without Internet Explorer,
in 1280 x 960 resolution
It goes without saying that what Sepultura has turned into over the years is not only disgraceful to the name of a once-was-great band, but really just metal in general. However, this is not a rant concerning the shit-eating nature of their post-‘Arise’ material, but rather a review of my second favorite release from the band’s ’85-’89 golden era (my first being the ‘Bestial Devastation’ EP), as well as a way of hopefully justifying the album’s downfalls.
‘Morbid Visions’ is one of those albums that has to be looked at in a contextual manner. Yes, it is sloppy. Yes, the production isn’t quite up to par with people’s need for digital perfection. Yes, the lyrics are retarded. All of these complaints are perfectly justifiable for those who just simply cannot handle raw recordings such as this one, and whose ears have been tainted by today’s modern metal standards. However, for all of us who can in fact appreciate albums such as this one, in all of its sloppy, ugly glory, then ‘Morbid Visions’ really is a classic, and it will always be considered as such.
One of the main complaints this album seems to get is the production value. Well boo-fucking-hoo, you pussies. Personally, I would have preferred another ‘Bestial Devastation’-type production job, but this one still does not bother me at all. The vocals are perfectly audible, and have a dark, cavernous reverb effect on them. The guitar tones are rather thin and tinny sounding, sacrificing a bit of the heaviness this album could have achieved, but still do not deter from the malicious aura this album gives off, and as long as you can still hear the riffing perfectly, which you can, then you really can’t complain. The bass, although not quite as upfront and kick-you-in-liver as it was on the preceding release, is still there, albeit a bit buried amongst the reverberated murkiness. The drums are also perfectly passable for an older black/death album, despite sounding rather distant and of course the sloppiness in which they are played with. Basically, if you can handle ‘Bloody Vengeance’, ‘INRI’, and ‘Immortal Force’, or pretty much all the other classic Brazilian recordings, you can without a doubt handle ‘Morbid Visions’.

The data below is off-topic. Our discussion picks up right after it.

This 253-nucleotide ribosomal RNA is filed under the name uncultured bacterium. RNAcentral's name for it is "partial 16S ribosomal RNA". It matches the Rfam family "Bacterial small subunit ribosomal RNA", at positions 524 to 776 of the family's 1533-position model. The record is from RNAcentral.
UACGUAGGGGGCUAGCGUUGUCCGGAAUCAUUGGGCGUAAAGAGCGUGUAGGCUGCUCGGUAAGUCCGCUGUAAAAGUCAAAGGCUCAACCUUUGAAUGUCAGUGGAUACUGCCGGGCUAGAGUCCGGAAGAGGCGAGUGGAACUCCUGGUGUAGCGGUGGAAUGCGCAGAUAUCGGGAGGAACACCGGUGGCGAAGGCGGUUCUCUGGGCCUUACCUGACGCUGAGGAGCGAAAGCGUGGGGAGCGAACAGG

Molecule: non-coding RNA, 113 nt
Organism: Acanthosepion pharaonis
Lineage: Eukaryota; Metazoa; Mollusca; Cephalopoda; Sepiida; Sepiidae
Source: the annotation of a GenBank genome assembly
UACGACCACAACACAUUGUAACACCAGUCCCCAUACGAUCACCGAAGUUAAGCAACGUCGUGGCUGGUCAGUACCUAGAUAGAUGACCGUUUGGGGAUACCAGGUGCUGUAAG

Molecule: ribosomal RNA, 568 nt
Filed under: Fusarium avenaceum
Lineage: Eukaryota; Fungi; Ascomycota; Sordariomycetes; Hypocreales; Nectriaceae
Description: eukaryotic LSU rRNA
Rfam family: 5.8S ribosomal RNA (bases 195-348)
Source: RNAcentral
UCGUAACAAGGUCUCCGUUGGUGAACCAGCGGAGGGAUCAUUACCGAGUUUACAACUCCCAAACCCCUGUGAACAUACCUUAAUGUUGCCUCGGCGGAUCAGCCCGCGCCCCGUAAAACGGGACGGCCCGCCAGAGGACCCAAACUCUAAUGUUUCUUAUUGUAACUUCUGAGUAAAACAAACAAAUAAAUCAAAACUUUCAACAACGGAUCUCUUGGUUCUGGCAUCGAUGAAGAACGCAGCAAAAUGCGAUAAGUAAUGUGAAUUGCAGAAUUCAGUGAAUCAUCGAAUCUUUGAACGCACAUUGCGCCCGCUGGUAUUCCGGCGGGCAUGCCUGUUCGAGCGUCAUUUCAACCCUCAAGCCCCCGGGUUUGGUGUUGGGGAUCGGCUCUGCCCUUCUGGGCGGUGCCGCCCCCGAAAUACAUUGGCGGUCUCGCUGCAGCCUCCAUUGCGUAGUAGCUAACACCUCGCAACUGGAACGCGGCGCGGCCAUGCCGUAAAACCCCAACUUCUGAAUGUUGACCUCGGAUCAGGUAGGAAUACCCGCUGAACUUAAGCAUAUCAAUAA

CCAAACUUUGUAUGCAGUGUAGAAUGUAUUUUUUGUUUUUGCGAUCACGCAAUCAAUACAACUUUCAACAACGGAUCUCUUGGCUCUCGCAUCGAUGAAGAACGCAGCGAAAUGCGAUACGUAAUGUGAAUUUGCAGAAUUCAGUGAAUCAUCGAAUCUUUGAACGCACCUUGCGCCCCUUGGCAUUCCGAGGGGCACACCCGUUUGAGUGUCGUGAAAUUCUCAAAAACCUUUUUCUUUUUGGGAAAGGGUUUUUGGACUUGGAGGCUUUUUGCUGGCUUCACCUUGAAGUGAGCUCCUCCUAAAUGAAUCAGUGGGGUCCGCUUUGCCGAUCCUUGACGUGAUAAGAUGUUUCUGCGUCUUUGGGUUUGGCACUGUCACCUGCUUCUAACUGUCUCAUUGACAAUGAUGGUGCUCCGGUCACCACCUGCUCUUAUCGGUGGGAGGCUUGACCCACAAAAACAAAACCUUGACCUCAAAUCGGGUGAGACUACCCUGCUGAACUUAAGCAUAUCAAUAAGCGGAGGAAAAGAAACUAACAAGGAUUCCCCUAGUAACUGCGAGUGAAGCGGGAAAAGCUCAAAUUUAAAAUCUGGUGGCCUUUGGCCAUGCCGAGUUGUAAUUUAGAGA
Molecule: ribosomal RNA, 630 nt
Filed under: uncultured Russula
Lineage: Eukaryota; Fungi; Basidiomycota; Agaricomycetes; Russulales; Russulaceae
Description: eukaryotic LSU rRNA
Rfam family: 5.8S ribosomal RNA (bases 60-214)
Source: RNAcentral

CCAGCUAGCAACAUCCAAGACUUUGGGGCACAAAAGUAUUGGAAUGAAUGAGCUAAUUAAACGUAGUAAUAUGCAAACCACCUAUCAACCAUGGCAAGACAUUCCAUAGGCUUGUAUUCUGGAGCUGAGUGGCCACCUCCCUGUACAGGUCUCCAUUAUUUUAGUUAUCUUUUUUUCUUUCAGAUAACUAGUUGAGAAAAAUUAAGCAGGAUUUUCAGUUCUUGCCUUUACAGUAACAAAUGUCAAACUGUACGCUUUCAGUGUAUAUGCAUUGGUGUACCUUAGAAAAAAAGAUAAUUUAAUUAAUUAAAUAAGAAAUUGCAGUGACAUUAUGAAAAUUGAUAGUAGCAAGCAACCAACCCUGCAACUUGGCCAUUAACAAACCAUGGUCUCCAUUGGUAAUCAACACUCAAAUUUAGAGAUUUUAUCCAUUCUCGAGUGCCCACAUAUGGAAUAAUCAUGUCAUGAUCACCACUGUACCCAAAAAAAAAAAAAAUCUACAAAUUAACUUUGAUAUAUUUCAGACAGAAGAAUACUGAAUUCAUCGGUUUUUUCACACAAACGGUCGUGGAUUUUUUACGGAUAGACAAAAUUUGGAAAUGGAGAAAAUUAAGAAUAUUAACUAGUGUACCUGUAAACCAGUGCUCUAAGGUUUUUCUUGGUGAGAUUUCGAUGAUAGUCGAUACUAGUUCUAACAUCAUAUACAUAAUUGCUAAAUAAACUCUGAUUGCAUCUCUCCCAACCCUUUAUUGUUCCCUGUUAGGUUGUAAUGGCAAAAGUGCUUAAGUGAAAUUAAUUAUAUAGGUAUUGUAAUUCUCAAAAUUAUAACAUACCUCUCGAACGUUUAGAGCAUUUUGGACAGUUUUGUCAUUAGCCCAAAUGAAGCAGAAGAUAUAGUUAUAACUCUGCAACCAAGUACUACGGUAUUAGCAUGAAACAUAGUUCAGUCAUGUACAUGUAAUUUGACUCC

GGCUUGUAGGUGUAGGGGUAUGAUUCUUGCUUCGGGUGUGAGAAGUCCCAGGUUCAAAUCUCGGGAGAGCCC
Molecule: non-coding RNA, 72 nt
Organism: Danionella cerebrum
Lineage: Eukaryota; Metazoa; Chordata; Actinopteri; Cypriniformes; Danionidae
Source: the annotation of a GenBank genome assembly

Where as ‘Bestial Devastation’ had a much stronger thrash-oriented, proto-black/death sound, ‘Morbid Visions’, despite its primitiveness, is pretty much a pure black/death metal album, with little in the way of thrash influences. Max’s vocals on here are a bit deeper then on the EP, but not my much. He also continues to use his brief, gruff growls, with the occasional drawn out last couple of words of a verse, which often is also given another layer with even more reverb on the original vocal track. This effect has been used by many, and each time its just as effective as the last. The riffing is still quite simplistic and hadn’t quite reached the level of technicality, for lack of a better word, as on ‘Schizophrenia’. But I feel it’s really for the better that the riffs on here are as simple as they are, as the band at this point obviously was not capable of impeccable, precise thrashing madness. They use lots of tremolo picking, almost in a black metal fashion, mixed with death metal-like palm-muted riffs and things of that nature. I think they could have been even more effective given the proper production job, but the way they were recorded actually gives off a rather eerie atmosphere. The drumming is the sloppiest part of the album, as well as the most simplistic, but he keeps up pretty consistently, and when he does lose his place, he seems to find it again a short while later. The fills and snare rolls are kind of all over the place, and the double-bass skills are pretty much non-existent, but this all adds to savage, bestial nature of the album.
Once you stop being a pussy get past the production and sloppiness, this is a pretty damn fine piece of early black/death metal done in the 80’s Brazilian tradition that many of us have grown to love. I know it may be hard for some to believe that a band who sucks as much as everything released after ‘Arise’ did was actually good at one point, but I still recommend you forget about all of that and worship at the altar of this amazing piece of old-school history.